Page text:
I’ve been finding everything really hard lately

Friends, I’ve been finding everything really hard lately.

I have a lot to feel fortunate for — not least the ongoing generosity and support of my Correspondents, THANK YOU! — but there’s really no getting away from the fact that this global pandemic continues to have a dramatic, far reaching, unpredictable effect on all of us, however grateful we are for our health, a roof over our heads and the ability to keep buying the groceries we need to survive (thank you again, Correspondents!).

Despite knowing better, over recent months I allowed my work hours to expand to late nights and most weekends, and even though I had a feeling something was going to snap at some point, I kept pushing myself until OOPS, snap it did. Yep, the warning signs were there — noticeably slower brain function, tears flowing every day at little provocation, being quicker to anger…

Since that awful night I’ve been thoroughly reassessing the way I, as the boss of my own company, treat my workforce — me. Pretty poorly, it seems. I know the kind of work I do is like a gas — it’ll expand to fit whatever container it’s in, so the main change I’m making is to set strict boundaries. I start work at 10am and am not allowed to work past 6pm. I don’t work on the weekends. I’m experimenting with taking half days on Wednesday and Friday (that’s a scary one, because it feels like I’m skiving off, but what’s the point of working for yourself and not creating your own schedule, right?). I’ve made myself work long hours on enough gloriously sunny days in my life, it’s time to live a little!

The irony that I started reading Greg McKeown’s “Essentialism” a week before my crash is not lost on me, and I picked out some really useful concepts that I’m working to implement going forward.

1/ Editing — rather than adding more and more detail to to try and explain something, you take things away to get to the true message.

2/ Uncommitting — in the book he uses the example of someone who creates a time consuming detailed weekly report for his team that no-one needs or reads, and suggests experimenting by stopping doing that thing for a while to see if anyone notices.

3/ What’s Important Now? (WIN) — a very helpful question I’ve started asking myself whenever I start feeling overwhelmed.

Relating these three ideas to my current situation, it was clear that some tweaks needed to be made. I was planning a short break from making my podcast anyway, so the timing was great for taking a step back. I’ve been reassessing how I can use the limited time, energy and mental bandwidth I have as one human person to do the things that only I can do to the best of my ability, and what non-essential things I can reduce my time on. Kicking my bad social media / phone scrolly-scrolly habits over the past year massively helped with this already, but I was still very obviously doing too much and expecting too much of myself.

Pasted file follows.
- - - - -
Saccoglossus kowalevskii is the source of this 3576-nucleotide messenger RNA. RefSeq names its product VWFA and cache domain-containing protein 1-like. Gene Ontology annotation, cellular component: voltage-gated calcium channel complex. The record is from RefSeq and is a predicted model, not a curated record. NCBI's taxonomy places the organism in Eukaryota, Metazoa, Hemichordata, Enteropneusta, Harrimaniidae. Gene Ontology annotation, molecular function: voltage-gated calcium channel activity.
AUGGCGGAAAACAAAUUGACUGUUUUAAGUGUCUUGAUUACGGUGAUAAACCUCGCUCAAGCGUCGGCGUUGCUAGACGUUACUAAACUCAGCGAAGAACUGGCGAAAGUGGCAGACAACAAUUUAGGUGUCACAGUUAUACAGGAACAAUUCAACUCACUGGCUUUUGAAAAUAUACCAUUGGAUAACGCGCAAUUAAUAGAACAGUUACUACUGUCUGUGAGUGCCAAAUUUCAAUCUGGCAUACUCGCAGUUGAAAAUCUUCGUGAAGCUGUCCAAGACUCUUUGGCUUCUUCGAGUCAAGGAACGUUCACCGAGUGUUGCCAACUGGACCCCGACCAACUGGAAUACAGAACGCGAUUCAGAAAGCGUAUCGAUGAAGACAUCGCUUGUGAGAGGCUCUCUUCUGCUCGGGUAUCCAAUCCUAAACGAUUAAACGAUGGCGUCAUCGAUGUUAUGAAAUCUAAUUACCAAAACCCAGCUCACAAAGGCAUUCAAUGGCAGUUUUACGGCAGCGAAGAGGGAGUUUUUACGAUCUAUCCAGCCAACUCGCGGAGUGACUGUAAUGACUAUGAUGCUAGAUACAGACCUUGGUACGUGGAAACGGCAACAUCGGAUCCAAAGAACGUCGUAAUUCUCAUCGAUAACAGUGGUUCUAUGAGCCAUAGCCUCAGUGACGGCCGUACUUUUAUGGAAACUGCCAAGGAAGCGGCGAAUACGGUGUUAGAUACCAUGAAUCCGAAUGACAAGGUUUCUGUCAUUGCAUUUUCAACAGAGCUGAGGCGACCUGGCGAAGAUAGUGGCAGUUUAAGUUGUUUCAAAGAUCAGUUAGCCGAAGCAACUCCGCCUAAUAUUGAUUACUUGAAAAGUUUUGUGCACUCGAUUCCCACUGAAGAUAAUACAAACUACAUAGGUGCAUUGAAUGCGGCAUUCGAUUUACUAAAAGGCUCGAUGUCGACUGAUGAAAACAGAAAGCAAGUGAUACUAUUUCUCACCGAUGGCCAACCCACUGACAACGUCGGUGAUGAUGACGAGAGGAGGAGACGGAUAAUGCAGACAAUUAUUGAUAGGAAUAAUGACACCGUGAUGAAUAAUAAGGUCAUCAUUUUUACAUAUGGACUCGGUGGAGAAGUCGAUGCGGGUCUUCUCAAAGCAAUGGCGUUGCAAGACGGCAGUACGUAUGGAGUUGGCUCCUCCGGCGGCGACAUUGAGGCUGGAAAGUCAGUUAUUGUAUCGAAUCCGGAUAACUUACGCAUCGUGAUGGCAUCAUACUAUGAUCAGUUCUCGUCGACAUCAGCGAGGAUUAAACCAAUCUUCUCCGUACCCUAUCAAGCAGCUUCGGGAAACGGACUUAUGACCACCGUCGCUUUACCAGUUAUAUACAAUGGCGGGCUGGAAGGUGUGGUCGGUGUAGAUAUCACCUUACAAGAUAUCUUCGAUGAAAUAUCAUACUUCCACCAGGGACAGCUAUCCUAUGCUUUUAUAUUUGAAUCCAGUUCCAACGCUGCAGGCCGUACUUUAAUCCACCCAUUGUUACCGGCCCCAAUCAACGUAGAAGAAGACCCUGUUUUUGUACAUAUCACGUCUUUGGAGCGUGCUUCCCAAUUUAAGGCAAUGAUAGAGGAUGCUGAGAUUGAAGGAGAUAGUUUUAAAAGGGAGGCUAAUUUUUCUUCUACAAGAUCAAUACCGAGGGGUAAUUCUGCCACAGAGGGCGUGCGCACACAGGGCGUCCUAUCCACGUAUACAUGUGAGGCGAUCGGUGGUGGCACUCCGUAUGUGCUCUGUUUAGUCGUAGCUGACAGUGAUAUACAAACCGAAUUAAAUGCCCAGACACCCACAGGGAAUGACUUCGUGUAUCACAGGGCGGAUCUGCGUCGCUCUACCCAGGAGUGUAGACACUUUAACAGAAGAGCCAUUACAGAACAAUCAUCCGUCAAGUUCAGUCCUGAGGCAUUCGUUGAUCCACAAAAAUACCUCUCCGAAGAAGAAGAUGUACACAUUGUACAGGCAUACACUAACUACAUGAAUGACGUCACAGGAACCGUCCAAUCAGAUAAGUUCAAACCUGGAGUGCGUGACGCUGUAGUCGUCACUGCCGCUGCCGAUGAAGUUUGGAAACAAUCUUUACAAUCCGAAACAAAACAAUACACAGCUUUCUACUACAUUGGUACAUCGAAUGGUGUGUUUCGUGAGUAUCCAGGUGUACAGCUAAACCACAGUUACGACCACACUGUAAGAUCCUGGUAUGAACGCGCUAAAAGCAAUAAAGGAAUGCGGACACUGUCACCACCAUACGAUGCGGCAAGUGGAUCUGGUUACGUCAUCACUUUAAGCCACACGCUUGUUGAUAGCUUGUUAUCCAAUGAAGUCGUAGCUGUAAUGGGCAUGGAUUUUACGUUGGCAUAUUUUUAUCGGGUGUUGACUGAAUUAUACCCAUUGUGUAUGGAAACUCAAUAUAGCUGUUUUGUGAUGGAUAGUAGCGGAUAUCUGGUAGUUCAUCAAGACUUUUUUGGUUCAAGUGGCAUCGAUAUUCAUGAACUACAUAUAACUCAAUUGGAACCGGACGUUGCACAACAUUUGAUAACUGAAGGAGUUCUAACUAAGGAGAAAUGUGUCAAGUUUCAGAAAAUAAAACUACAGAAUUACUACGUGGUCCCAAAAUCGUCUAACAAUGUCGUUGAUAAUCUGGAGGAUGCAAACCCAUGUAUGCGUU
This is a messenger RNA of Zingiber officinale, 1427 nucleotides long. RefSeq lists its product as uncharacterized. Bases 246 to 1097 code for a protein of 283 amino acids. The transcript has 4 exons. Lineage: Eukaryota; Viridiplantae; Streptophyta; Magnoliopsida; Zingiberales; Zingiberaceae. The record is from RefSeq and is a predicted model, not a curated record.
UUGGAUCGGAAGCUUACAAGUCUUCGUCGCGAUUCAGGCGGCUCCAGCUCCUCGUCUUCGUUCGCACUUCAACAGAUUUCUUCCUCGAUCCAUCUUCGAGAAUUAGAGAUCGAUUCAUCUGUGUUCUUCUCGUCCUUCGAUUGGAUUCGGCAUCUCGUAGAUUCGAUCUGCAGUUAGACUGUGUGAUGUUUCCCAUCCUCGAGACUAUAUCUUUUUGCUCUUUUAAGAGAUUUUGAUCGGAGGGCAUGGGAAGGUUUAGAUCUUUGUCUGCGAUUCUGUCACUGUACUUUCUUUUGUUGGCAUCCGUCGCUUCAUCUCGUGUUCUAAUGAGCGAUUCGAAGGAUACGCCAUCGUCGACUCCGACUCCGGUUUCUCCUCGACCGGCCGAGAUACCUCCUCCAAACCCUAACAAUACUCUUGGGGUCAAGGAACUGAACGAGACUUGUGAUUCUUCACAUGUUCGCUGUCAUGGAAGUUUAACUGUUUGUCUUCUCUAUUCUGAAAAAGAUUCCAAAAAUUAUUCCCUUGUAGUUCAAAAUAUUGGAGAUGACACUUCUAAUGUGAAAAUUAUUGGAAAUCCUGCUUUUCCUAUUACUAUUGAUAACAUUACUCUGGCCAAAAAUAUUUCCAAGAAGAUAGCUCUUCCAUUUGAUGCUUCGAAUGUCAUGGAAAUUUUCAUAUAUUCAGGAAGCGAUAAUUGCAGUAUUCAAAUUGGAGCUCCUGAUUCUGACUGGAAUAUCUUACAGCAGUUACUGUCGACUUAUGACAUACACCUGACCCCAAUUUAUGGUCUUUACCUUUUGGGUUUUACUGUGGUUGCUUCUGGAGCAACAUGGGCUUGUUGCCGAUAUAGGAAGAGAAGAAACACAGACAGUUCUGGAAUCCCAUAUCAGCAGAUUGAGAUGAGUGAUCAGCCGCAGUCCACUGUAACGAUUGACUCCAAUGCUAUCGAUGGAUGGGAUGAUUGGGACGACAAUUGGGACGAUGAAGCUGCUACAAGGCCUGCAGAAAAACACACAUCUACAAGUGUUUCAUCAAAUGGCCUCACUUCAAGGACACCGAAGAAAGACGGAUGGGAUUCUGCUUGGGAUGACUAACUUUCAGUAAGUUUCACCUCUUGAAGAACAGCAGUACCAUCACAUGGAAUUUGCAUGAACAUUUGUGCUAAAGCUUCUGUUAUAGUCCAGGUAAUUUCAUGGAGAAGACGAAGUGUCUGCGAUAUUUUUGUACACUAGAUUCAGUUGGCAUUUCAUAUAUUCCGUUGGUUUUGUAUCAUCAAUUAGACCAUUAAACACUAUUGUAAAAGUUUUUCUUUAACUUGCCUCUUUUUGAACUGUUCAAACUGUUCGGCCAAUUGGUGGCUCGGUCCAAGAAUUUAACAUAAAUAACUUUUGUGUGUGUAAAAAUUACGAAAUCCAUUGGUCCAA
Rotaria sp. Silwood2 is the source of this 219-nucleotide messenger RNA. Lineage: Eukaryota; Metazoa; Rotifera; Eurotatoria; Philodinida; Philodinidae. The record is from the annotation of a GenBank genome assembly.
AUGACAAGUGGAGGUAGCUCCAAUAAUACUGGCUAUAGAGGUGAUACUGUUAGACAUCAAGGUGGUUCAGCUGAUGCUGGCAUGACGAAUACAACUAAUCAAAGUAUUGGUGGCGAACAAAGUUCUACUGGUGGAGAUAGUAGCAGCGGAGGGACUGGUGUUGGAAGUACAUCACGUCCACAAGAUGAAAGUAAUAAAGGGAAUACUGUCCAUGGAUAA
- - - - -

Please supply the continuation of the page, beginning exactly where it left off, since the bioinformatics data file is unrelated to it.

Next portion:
Alongside music making and podcast making, my other major commitment is, of course, The Correspondent’s Club. Its predecessor, Supersub Club, was set up as a yearly subscription with quarterly deliveries, because I knew I didn’t have the capacity for, and didn’t want the stress of, delivering things monthly. While there are many ways of approaching music making and releasing these days, I still believe in the artistic power of an album to contain a collection of songs that say something together as well as individually. My focus will always be making the very best next album I can rather than creating new stuff and rushing it out just because there’s a schedule.

So, four months into running The Correspondent’s Club feels like a good time to make some minor tweaks, now I’ve had time to see what works and figure out which perks people are responding most warmly to.

It turns out the two most time-consuming perks, the monthly voicemail and monthly online gig, are the things I can dial back on most easily, that will actually improve if they happen a little less often and that I feel will consequently be enjoyed by more people. These will now move to happening quarterly, in line with the music and art bundles. Everything else will stay the same.

As always, monthly members can up-or down-grade their subscriptions at any time, and I will never be offended if you decide to change yours. It blows my mind that people are so invested in my music making that they want to subscribe in this way, I value each and every one of you who do so, and urge you always to ensure that 1) whatever you choose to pay is a comfortable sum that doesn’t adversely affect anything else in your life and 2) that you always make sure you feel you’re getting value for your money.

There will always be a physical limit to what I, as one person doing this, is able to give in return for your patronage, but I promise what I do deliver will always be of the highest quality, made with love and care, focus and attention.

I’ll leave you for now with the latest quote I’m going to be taping up on my studio wall. I picked it up from “Essentialism”, but it’s actually from Stephen R. Covey’s “The 7 Habits of Highly Effective People”

“The main thing is to keep the main thing the main thing.”

Despite dialling back on everything for the past couple of weeks, somehow I still seem to be on track to complete the album recording this month. That’s the main thing…but is it really? Workwise, yes of course. But even when you love your job, as I love mine, there’s more to consider.

A wise friend texted me last week that in a crisis like Covid-19 “our only task is to stay healthy, sane and alive…until we have a surplus of energy and resources all we need to do is live”.

And that’s really the main thing.

Here’s to surviving. Please let me know how you’re doing here in the comments.

Sending love,
Laura xoxo

Mindful productivity, digital minimalism, creativity and music. Solo artist Penfriend, “Attention Engineer” podcast host. She/her.